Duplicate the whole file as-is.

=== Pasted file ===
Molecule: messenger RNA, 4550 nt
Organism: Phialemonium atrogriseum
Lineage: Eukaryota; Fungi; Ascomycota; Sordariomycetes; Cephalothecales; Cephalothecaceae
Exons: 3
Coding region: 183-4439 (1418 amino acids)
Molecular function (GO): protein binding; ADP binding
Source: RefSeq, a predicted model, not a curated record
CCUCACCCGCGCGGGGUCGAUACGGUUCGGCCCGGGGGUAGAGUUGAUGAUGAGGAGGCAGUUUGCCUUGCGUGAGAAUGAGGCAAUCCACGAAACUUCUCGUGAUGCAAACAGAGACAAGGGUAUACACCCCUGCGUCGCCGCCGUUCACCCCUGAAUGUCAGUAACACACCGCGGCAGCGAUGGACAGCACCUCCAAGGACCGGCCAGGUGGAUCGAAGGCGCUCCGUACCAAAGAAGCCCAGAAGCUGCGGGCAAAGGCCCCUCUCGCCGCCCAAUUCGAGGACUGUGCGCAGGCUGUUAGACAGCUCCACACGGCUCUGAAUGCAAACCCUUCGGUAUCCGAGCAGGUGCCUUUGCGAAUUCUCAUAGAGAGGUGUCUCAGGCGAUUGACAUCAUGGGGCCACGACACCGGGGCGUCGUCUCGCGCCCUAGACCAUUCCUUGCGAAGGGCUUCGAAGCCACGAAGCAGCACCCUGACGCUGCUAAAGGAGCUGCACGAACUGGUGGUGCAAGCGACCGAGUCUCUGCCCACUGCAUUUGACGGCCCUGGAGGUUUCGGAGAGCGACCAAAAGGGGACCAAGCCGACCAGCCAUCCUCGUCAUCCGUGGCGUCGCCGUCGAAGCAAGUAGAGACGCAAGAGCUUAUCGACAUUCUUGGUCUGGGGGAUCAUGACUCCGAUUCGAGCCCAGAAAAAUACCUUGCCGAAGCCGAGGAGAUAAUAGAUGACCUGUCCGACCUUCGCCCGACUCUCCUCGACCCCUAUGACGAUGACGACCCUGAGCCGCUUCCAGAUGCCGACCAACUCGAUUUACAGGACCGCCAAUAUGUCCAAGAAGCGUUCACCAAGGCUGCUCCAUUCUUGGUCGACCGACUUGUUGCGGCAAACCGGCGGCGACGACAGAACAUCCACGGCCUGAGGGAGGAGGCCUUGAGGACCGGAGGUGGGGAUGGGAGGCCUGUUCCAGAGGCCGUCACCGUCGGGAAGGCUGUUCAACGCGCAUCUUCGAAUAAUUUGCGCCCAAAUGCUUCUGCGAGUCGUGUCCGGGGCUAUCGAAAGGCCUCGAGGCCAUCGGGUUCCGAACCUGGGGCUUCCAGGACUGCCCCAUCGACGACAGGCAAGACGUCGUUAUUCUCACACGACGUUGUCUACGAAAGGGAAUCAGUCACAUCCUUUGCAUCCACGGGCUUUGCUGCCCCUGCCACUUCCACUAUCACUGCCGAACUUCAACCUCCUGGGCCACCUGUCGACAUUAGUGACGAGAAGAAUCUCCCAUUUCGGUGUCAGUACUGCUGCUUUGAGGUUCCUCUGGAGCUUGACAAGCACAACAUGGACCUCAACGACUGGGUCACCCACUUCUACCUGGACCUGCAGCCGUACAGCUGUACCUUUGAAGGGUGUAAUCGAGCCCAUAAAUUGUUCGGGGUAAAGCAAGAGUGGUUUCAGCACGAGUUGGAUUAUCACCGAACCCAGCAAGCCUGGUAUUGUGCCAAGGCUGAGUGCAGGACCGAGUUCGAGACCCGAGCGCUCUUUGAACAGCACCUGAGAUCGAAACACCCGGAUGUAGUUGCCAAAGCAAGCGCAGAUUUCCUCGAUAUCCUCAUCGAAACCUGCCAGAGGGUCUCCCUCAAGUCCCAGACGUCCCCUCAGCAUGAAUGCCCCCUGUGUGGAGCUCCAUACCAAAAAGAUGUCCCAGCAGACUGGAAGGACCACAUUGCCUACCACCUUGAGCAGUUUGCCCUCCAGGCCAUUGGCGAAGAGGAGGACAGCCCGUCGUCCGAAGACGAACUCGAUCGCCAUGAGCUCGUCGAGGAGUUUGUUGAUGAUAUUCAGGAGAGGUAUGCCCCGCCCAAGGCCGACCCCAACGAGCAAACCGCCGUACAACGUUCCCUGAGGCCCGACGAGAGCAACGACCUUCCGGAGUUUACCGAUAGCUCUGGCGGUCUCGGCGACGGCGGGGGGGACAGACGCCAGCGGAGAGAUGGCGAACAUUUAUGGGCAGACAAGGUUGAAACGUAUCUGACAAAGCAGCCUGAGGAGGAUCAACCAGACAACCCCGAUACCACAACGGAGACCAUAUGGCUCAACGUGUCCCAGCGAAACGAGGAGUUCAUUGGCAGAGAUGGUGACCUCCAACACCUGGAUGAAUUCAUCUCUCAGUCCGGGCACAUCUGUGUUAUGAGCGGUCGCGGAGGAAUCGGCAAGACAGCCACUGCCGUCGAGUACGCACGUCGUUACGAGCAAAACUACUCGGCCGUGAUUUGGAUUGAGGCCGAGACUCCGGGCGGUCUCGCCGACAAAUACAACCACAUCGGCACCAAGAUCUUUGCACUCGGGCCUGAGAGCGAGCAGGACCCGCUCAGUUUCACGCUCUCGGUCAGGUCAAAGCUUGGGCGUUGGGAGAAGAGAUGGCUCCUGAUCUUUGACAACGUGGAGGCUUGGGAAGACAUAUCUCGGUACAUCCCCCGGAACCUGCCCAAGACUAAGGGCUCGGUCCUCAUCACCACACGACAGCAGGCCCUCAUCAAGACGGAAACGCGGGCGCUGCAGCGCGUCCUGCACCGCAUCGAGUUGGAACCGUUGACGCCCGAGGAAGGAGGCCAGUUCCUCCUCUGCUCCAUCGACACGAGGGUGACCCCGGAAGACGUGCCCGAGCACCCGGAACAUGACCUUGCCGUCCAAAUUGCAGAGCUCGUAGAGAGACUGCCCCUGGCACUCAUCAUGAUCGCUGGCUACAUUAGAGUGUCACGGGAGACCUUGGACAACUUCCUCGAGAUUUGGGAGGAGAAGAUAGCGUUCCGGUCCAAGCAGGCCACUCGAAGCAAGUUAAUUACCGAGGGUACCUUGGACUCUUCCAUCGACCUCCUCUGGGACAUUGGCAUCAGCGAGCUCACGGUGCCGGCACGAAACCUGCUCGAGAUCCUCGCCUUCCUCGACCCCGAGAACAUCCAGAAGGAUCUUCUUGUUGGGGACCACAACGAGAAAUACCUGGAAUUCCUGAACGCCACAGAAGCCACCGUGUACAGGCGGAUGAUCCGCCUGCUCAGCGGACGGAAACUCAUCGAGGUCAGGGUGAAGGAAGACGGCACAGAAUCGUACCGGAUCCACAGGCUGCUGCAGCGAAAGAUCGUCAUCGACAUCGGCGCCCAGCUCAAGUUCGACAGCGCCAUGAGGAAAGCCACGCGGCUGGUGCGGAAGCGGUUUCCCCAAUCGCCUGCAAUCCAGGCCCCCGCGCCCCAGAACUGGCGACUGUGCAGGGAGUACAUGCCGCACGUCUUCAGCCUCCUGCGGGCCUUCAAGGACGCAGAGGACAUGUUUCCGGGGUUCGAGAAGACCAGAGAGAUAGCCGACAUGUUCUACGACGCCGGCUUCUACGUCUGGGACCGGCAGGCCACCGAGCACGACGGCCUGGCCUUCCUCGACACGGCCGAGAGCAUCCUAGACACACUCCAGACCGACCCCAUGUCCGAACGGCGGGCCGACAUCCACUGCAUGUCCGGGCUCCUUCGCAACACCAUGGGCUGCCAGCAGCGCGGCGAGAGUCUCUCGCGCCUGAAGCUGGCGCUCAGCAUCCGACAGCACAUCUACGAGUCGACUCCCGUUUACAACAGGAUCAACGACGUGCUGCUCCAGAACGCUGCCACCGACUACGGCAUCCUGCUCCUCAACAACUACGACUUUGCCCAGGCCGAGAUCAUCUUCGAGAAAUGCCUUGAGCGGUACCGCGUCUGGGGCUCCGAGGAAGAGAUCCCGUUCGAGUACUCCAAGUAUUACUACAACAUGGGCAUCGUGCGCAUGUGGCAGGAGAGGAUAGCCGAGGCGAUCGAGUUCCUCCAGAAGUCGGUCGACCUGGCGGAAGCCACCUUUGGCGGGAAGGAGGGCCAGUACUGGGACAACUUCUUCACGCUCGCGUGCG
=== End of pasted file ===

Molecule: messenger RNA, 4550 nt
Organism: Phialemonium atrogriseum
Lineage: Eukaryota; Fungi; Ascomycota; Sordariomycetes; Cephalothecales; Cephalothecaceae
Exons: 3
Coding region: 183-4439 (1418 amino acids)
Molecular function (GO): protein binding; ADP binding
Source: RefSeq, a predicted model, not a curated record
CCUCACCCGCGCGGGGUCGAUACGGUUCGGCCCGGGGGUAGAGUUGAUGAUGAGGAGGCAGUUUGCCUUGCGUGAGAAUGAGGCAAUCCACGAAACUUCUCGUGAUGCAAACAGAGACAAGGGUAUACACCCCUGCGUCGCCGCCGUUCACCCCUGAAUGUCAGUAACACACCGCGGCAGCGAUGGACAGCACCUCCAAGGACCGGCCAGGUGGAUCGAAGGCGCUCCGUACCAAAGAAGCCCAGAAGCUGCGGGCAAAGGCCCCUCUCGCCGCCCAAUUCGAGGACUGUGCGCAGGCUGUUAGACAGCUCCACACGGCUCUGAAUGCAAACCCUUCGGUAUCCGAGCAGGUGCCUUUGCGAAUUCUCAUAGAGAGGUGUCUCAGGCGAUUGACAUCAUGGGGCCACGACACCGGGGCGUCGUCUCGCGCCCUAGACCAUUCCUUGCGAAGGGCUUCGAAGCCACGAAGCAGCACCCUGACGCUGCUAAAGGAGCUGCACGAACUGGUGGUGCAAGCGACCGAGUCUCUGCCCACUGCAUUUGACGGCCCUGGAGGUUUCGGAGAGCGACCAAAAGGGGACCAAGCCGACCAGCCAUCCUCGUCAUCCGUGGCGUCGCCGUCGAAGCAAGUAGAGACGCAAGAGCUUAUCGACAUUCUUGGUCUGGGGGAUCAUGACUCCGAUUCGAGCCCAGAAAAAUACCUUGCCGAAGCCGAGGAGAUAAUAGAUGACCUGUCCGACCUUCGCCCGACUCUCCUCGACCCCUAUGACGAUGACGACCCUGAGCCGCUUCCAGAUGCCGACCAACUCGAUUUACAGGACCGCCAAUAUGUCCAAGAAGCGUUCACCAAGGCUGCUCCAUUCUUGGUCGACCGACUUGUUGCGGCAAACCGGCGGCGACGACAGAACAUCCACGGCCUGAGGGAGGAGGCCUUGAGGACCGGAGGUGGGGAUGGGAGGCCUGUUCCAGAGGCCGUCACCGUCGGGAAGGCUGUUCAACGCGCAUCUUCGAAUAAUUUGCGCCCAAAUGCUUCUGCGAGUCGUGUCCGGGGCUAUCGAAAGGCCUCGAGGCCAUCGGGUUCCGAACCUGGGGCUUCCAGGACUGCCCCAUCGACGACAGGCAAGACGUCGUUAUUCUCACACGACGUUGUCUACGAAAGGGAAUCAGUCACAUCCUUUGCAUCCACGGGCUUUGCUGCCCCUGCCACUUCCACUAUCACUGCCGAACUUCAACCUCCUGGGCCACCUGUCGACAUUAGUGACGAGAAGAAUCUCCCAUUUCGGUGUCAGUACUGCUGCUUUGAGGUUCCUCUGGAGCUUGACAAGCACAACAUGGACCUCAACGACUGGGUCACCCACUUCUACCUGGACCUGCAGCCGUACAGCUGUACCUUUGAAGGGUGUAAUCGAGCCCAUAAAUUGUUCGGGGUAAAGCAAGAGUGGUUUCAGCACGAGUUGGAUUAUCACCGAACCCAGCAAGCCUGGUAUUGUGCCAAGGCUGAGUGCAGGACCGAGUUCGAGACCCGAGCGCUCUUUGAACAGCACCUGAGAUCGAAACACCCGGAUGUAGUUGCCAAAGCAAGCGCAGAUUUCCUCGAUAUCCUCAUCGAAACCUGCCAGAGGGUCUCCCUCAAGUCCCAGACGUCCCCUCAGCAUGAAUGCCCCCUGUGUGGAGCUCCAUACCAAAAAGAUGUCCCAGCAGACUGGAAGGACCACAUUGCCUACCACCUUGAGCAGUUUGCCCUCCAGGCCAUUGGCGAAGAGGAGGACAGCCCGUCGUCCGAAGACGAACUCGAUCGCCAUGAGCUCGUCGAGGAGUUUGUUGAUGAUAUUCAGGAGAGGUAUGCCCCGCCCAAGGCCGACCCCAACGAGCAAACCGCCGUACAACGUUCCCUGAGGCCCGACGAGAGCAACGACCUUCCGGAGUUUACCGAUAGCUCUGGCGGUCUCGGCGACGGCGGGGGGGACAGACGCCAGCGGAGAGAUGGCGAACAUUUAUGGGCAGACAAGGUUGAAACGUAUCUGACAAAGCAGCCUGAGGAGGAUCAACCAGACAACCCCGAUACCACAACGGAGACCAUAUGGCUCAACGUGUCCCAGCGAAACGAGGAGUUCAUUGGCAGAGAUGGUGACCUCCAACACCUGGAUGAAUUCAUCUCUCAGUCCGGGCACAUCUGUGUUAUGAGCGGUCGCGGAGGAAUCGGCAAGACAGCCACUGCCGUCGAGUACGCACGUCGUUACGAGCAAAACUACUCGGCCGUGAUUUGGAUUGAGGCCGAGACUCCGGGCGGUCUCGCCGACAAAUACAACCACAUCGGCACCAAGAUCUUUGCACUCGGGCCUGAGAGCGAGCAGGACCCGCUCAGUUUCACGCUCUCGGUCAGGUCAAAGCUUGGGCGUUGGGAGAAGAGAUGGCUCCUGAUCUUUGACAACGUGGAGGCUUGGGAAGACAUAUCUCGGUACAUCCCCCGGAACCUGCCCAAGACUAAGGGCUCGGUCCUCAUCACCACACGACAGCAGGCCCUCAUCAAGACGGAAACGCGGGCGCUGCAGCGCGUCCUGCACCGCAUCGAGUUGGAACCGUUGACGCCCGAGGAAGGAGGCCAGUUCCUCCUCUGCUCCAUCGACACGAGGGUGACCCCGGAAGACGUGCCCGAGCACCCGGAACAUGACCUUGCCGUCCAAAUUGCAGAGCUCGUAGAGAGACUGCCCCUGGCACUCAUCAUGAUCGCUGGCUACAUUAGAGUGUCACGGGAGACCUUGGACAACUUCCUCGAGAUUUGGGAGGAGAAGAUAGCGUUCCGGUCCAAGCAGGCCACUCGAAGCAAGUUAAUUACCGAGGGUACCUUGGACUCUUCCAUCGACCUCCUCUGGGACAUUGGCAUCAGCGAGCUCACGGUGCCGGCACGAAACCUGCUCGAGAUCCUCGCCUUCCUCGACCCCGAGAACAUCCAGAAGGAUCUUCUUGUUGGGGACCACAACGAGAAAUACCUGGAAUUCCUGAACGCCACAGAAGCCACCGUGUACAGGCGGAUGAUCCGCCUGCUCAGCGGACGGAAACUCAUCGAGGUCAGGGUGAAGGAAGACGGCACAGAAUCGUACCGGAUCCACAGGCUGCUGCAGCGAAAGAUCGUCAUCGACAUCGGCGCCCAGCUCAAGUUCGACAGCGCCAUGAGGAAAGCCACGCGGCUGGUGCGGAAGCGGUUUCCCCAAUCGCCUGCAAUCCAGGCCCCCGCGCCCCAGAACUGGCGACUGUGCAGGGAGUACAUGCCGCACGUCUUCAGCCUCCUGCGGGCCUUCAAGGACGCAGAGGACAUGUUUCCGGGGUUCGAGAAGACCAGAGAGAUAGCCGACAUGUUCUACGACGCCGGCUUCUACGUCUGGGACCGGCAGGCCACCGAGCACGACGGCCUGGCCUUCCUCGACACGGCCGAGAGCAUCCUAGACACACUCCAGACCGACCCCAUGUCCGAACGGCGGGCCGACAUCCACUGCAUGUCCGGGCUCCUUCGCAACACCAUGGGCUGCCAGCAGCGCGGCGAGAGUCUCUCGCGCCUGAAGCUGGCGCUCAGCAUCCGACAGCACAUCUACGAGUCGACUCCCGUUUACAACAGGAUCAACGACGUGCUGCUCCAGAACGCUGCCACCGACUACGGCAUCCUGCUCCUCAACAACUACGACUUUGCCCAGGCCGAGAUCAUCUUCGAGAAAUGCCUUGAGCGGUACCGCGUCUGGGGCUCCGAGGAAGAGAUCCCGUUCGAGUACUCCAAGUAUUACUACAACAUGGGCAUCGUGCGCAUGUGGCAGGAGAGGAUAGCCGAGGCGAUCGAGUUCCUCCAGAAGUCGGUCGACCUGGCGGAAGCCACCUUUGGCGGGAAGGAGGGCCAGUACUGGGACAACUUCUUCACGCUCGCGUGCG